Second, Yelich has been through an eight-game slide exactly as ineffective as his current one, even in his two spectacular seasons with the Brew Crew. From Aug. 5-14, 2018, he struck out in one-third of his trips to the plate and only squared up a few batted balls.
If Yelich could brush off such a skid before, it stands to reason he can do it again now.
The bad: K’s are concerning
Yelich may be a bit unlucky this season, but he’s not that unlucky. That .276 xwOBA still ranked only 145th of those 177 hitters (minimum 30 appearances) through Tuesday, a jarring situation for an All-Star with MLB’s second-best xwOBA (.433) over the previous two seasons.
There are no especially promising indicators lurking below the surface. Yelich hard-hit rate is way down, he’s traded a bunch of fly balls for grounders, and he hasn’t hit a single ball the opposite way.
But the most worrisome thing is that Yelich isn’t putting the ball in play much at all.
In 2018 and ‘19, Yelich struck out in between 20-21% of his plate appearances, less than the MLB average (22-23%). His ability to make elite contact while limiting K’s was a big part of his ascent to superstardom. In 2020, however, Yelich has struck out in 16 of his 37 plate appearances -- more than once in six of his eight games, including three times on Tuesday.
Yelich’s highest K% over any 8-game stretch
From 2018-present with Brewers
1) 43.2% (July 24-Aug. 4, 2020)
2) 37.1% (June 16-24, 2018)
3) 36.4% (Aug. 2-16, 2019)
4) 34.3% (May 9-16, 2018)
5 stretches tied at 33.3%
So now we have something that is unprecedented for Yelich’s Brewers career, if not dramatically so. And a difficulty putting the ball in play could suggest deeper problems than hitting into a bunch of outs.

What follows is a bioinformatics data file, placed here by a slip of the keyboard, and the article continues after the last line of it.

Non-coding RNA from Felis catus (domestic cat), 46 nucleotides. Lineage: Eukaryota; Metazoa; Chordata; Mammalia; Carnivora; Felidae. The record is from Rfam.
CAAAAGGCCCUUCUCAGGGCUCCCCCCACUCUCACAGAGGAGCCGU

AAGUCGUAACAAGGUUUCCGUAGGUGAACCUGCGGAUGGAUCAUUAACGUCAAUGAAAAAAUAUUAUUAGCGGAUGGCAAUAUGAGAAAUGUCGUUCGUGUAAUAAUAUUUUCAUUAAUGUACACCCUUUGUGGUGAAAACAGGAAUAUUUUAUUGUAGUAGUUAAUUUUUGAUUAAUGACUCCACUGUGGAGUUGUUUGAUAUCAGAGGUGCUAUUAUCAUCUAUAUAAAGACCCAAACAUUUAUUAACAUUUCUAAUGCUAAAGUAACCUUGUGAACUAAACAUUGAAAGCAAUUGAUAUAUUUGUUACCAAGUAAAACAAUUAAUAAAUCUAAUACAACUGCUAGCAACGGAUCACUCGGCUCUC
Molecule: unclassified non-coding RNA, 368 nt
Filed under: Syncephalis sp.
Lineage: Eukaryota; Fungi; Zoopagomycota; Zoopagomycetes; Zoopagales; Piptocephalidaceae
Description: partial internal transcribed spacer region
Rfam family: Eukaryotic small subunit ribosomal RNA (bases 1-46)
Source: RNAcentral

Yelich is swinging and missing more, and what is most interesting is that it’s not because he’s swinging wildly. In fact, his modest 19.3% chase rate on out-of-zone pitches is down from the past two seasons. No, the real issue is that Yelich is missing pitches within the strike zone.
Yelich’s whiff rate on in-zone swings
Nearly all of those pitches have been breaking balls or offspeed pitches in the lower third of the zone. Uncharacteristically, they seem to be catching Yelich off-balance -- out in front, swinging over the top, and often staggering.
Yelich and the Brewers have not gone into great detail about what they think is behind this early slump. But Counsell suggested Tuesday that it could be a combination of mental fatigue as well as “mechanical things that we see and he feels, but he’s having a hard time fixing …”
Hopefully, Yelich really is fully healthy, and if so, the chances seem good that he will revert to form, as he has done in the past. Eight games should not be enough to cause panic, and Yelich could easily make all this worrying seem silly in the next day or two. But the possibility that he is struggling to correct a mechanical flaw that is keeping him from hitting pitches he normally would is a troubling one.
If Yelich can’t snap out of this skid relatively soon, the season will get late awfully early -- as he well knows.
Andrew Simon is a research analyst for MLB.com. Follow him on Twitter @AndrewSimonMLB.